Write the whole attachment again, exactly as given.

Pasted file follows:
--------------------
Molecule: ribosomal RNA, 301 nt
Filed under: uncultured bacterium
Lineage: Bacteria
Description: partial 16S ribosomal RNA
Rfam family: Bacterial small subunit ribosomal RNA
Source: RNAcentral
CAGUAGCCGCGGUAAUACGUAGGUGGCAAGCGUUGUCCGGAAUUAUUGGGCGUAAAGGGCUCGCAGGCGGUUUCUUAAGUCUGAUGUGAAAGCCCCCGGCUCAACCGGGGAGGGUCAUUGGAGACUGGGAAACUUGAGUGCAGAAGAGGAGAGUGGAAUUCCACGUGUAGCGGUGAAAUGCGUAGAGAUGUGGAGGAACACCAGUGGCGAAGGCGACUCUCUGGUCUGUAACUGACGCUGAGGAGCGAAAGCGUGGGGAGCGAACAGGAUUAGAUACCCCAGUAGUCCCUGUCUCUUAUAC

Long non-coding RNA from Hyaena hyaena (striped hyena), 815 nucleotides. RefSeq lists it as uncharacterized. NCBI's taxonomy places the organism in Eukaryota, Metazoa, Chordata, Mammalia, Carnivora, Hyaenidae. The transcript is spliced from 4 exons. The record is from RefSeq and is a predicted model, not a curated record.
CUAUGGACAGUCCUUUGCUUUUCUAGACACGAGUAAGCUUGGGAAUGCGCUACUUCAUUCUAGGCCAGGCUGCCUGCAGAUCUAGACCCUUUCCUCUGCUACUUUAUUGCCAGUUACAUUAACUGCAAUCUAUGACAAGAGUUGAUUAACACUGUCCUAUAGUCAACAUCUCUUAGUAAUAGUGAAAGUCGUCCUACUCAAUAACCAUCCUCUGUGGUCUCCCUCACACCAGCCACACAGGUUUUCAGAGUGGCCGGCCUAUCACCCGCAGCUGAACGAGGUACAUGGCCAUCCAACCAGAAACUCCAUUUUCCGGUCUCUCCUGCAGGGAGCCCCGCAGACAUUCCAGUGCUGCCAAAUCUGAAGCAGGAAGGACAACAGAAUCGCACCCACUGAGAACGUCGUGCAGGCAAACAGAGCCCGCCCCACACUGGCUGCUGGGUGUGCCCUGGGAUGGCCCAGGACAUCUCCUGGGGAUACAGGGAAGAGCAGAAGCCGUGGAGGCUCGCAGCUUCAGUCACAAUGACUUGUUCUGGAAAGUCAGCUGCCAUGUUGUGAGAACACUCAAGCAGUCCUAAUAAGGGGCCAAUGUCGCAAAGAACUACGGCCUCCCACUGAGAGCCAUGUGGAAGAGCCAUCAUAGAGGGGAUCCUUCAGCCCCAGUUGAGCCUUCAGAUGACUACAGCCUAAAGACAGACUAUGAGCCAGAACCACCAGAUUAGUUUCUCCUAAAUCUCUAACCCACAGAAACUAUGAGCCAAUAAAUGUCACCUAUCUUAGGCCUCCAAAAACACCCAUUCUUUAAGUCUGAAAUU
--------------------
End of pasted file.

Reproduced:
Molecule: ribosomal RNA, 301 nt
Filed under: uncultured bacterium
Lineage: Bacteria
Description: partial 16S ribosomal RNA
Rfam family: Bacterial small subunit ribosomal RNA
Source: RNAcentral
CAGUAGCCGCGGUAAUACGUAGGUGGCAAGCGUUGUCCGGAAUUAUUGGGCGUAAAGGGCUCGCAGGCGGUUUCUUAAGUCUGAUGUGAAAGCCCCCGGCUCAACCGGGGAGGGUCAUUGGAGACUGGGAAACUUGAGUGCAGAAGAGGAGAGUGGAAUUCCACGUGUAGCGGUGAAAUGCGUAGAGAUGUGGAGGAACACCAGUGGCGAAGGCGACUCUCUGGUCUGUAACUGACGCUGAGGAGCGAAAGCGUGGGGAGCGAACAGGAUUAGAUACCCCAGUAGUCCCUGUCUCUUAUAC

Long non-coding RNA from Hyaena hyaena (striped hyena), 815 nucleotides. RefSeq lists it as uncharacterized. NCBI's taxonomy places the organism in Eukaryota, Metazoa, Chordata, Mammalia, Carnivora, Hyaenidae. The transcript is spliced from 4 exons. The record is from RefSeq and is a predicted model, not a curated record.
CUAUGGACAGUCCUUUGCUUUUCUAGACACGAGUAAGCUUGGGAAUGCGCUACUUCAUUCUAGGCCAGGCUGCCUGCAGAUCUAGACCCUUUCCUCUGCUACUUUAUUGCCAGUUACAUUAACUGCAAUCUAUGACAAGAGUUGAUUAACACUGUCCUAUAGUCAACAUCUCUUAGUAAUAGUGAAAGUCGUCCUACUCAAUAACCAUCCUCUGUGGUCUCCCUCACACCAGCCACACAGGUUUUCAGAGUGGCCGGCCUAUCACCCGCAGCUGAACGAGGUACAUGGCCAUCCAACCAGAAACUCCAUUUUCCGGUCUCUCCUGCAGGGAGCCCCGCAGACAUUCCAGUGCUGCCAAAUCUGAAGCAGGAAGGACAACAGAAUCGCACCCACUGAGAACGUCGUGCAGGCAAACAGAGCCCGCCCCACACUGGCUGCUGGGUGUGCCCUGGGAUGGCCCAGGACAUCUCCUGGGGAUACAGGGAAGAGCAGAAGCCGUGGAGGCUCGCAGCUUCAGUCACAAUGACUUGUUCUGGAAAGUCAGCUGCCAUGUUGUGAGAACACUCAAGCAGUCCUAAUAAGGGGCCAAUGUCGCAAAGAACUACGGCCUCCCACUGAGAGCCAUGUGGAAGAGCCAUCAUAGAGGGGAUCCUUCAGCCCCAGUUGAGCCUUCAGAUGACUACAGCCUAAAGACAGACUAUGAGCCAGAACCACCAGAUUAGUUUCUCCUAAAUCUCUAACCCACAGAAACUAUGAGCCAAUAAAUGUCACCUAUCUUAGGCCUCCAAAAACACCCAUUCUUUAAGUCUGAAAUU